Byline: Karyn Monget

NEW YORK — Victoria’s Secret got an early start on spring fever last week with its annual fashion show at the Plaza Hotel here, where peekaboo sheers and allover stretch laces heated up the runway.
“The [lingerie] looks are definitely glamorous, and a lot sexier looking this year,” said Grace Nichols, president of the Victoria’s Secret Stores division of Intimate Brands Inc.
Indeed, the push toward sexier-looking items — especially gift-giving ideas for Valentine’s Day — included a lot of dominatrix-looking corsets, full slips and baby dolls with plunging necklines, richly embroidered push-up bras and barely there bikinis, and boy-cut briefs that exposed a good deal of derriere.
There were also crossover ideas for spring: models walked down the runway wearing swimwear that often looked like intimate apparel, and activewear-inspired bras and panties underneath sheer long robes and tunics that could be worn on the beach. It was the first time swimwear was featured in the show.
In line with the overall theme of sheer looks, Nichols said the chain is expanding its presentations for spring in sheer hosiery — a lot of which was modeled in the show in bold hues of red and orange. The specialty chain introduced sheer black control-top hosiery, as well as shapewear items, in 1996.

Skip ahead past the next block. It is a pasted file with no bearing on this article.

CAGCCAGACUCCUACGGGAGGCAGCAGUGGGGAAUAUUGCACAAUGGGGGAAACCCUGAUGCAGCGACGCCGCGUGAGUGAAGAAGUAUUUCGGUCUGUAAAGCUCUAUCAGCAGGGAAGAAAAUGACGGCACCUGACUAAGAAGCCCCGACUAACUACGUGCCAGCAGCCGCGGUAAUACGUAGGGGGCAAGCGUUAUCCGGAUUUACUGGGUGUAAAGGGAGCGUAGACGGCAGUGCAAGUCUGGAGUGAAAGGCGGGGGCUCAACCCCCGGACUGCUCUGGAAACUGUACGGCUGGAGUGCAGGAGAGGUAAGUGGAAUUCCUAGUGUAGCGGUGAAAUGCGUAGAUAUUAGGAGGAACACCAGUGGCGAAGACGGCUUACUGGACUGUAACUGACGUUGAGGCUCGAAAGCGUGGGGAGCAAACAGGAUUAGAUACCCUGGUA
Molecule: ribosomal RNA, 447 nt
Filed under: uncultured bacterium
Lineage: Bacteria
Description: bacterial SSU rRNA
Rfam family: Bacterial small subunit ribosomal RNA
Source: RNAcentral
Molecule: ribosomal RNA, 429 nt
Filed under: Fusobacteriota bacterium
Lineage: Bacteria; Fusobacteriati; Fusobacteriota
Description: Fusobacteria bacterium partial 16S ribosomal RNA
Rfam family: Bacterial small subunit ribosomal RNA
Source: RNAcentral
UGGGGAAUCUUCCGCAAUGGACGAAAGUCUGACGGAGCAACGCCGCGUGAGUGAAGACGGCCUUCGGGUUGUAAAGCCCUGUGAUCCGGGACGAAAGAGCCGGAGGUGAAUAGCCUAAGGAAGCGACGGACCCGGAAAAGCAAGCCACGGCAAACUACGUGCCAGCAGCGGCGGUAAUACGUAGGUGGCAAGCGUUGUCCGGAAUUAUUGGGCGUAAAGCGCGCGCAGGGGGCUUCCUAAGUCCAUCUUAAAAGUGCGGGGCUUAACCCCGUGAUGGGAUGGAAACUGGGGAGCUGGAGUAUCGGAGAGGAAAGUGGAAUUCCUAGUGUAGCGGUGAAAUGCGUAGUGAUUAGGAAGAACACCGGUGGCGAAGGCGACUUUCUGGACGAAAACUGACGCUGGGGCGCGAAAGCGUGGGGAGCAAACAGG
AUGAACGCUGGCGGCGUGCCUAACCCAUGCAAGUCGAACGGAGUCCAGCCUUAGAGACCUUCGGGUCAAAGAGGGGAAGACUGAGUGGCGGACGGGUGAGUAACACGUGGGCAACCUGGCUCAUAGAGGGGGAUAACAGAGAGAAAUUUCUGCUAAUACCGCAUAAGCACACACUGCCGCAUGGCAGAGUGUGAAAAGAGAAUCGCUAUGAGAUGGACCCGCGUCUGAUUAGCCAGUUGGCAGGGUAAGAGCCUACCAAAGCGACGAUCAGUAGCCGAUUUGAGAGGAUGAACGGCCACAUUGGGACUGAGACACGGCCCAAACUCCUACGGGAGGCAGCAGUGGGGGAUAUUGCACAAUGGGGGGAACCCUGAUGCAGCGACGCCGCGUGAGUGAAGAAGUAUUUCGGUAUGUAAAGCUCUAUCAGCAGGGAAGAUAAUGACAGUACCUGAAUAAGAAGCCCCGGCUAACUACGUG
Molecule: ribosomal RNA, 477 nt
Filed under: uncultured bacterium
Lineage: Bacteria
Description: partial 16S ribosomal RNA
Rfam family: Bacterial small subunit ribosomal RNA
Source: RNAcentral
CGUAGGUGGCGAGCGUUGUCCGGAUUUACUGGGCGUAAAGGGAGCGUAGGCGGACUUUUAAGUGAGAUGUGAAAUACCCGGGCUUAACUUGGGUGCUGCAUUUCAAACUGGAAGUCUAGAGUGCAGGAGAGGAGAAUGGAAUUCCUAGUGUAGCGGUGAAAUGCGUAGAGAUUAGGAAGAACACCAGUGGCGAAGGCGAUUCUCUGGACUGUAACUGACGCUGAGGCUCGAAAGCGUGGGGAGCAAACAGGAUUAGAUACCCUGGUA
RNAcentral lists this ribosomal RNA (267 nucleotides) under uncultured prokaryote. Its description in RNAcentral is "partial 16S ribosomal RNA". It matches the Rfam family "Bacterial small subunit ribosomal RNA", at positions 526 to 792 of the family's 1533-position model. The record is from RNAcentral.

Cynthia Fedus, president of Victoria’s Secret Catalog, also noted in an interview before the show that these formal presentations “create a significant surge in business. We are looking forward to that again.” The event, which was first staged in 1995, pulled in over 400 members of the media, Wall Street executives, and the entertainment industry, including rock star Bon Jovi, and James Brown, the “godfather of soul,” who performed after the fashion show.
On another point, Fedus noted that Victoria’s Secret Catalog is looking to heighten its business in Japan. A telephone center for mail-order business will be set up in Tokyo by this summer, she said.
“We were doing so much business in Japan without really trying,” Fedus continued, saying mail-order sales to Japanese consumers in 1996 “increased tenfold. We expect sales will more than double this year.”
She added that styles will be merchandised specifically for the Japanese market as expansion continues.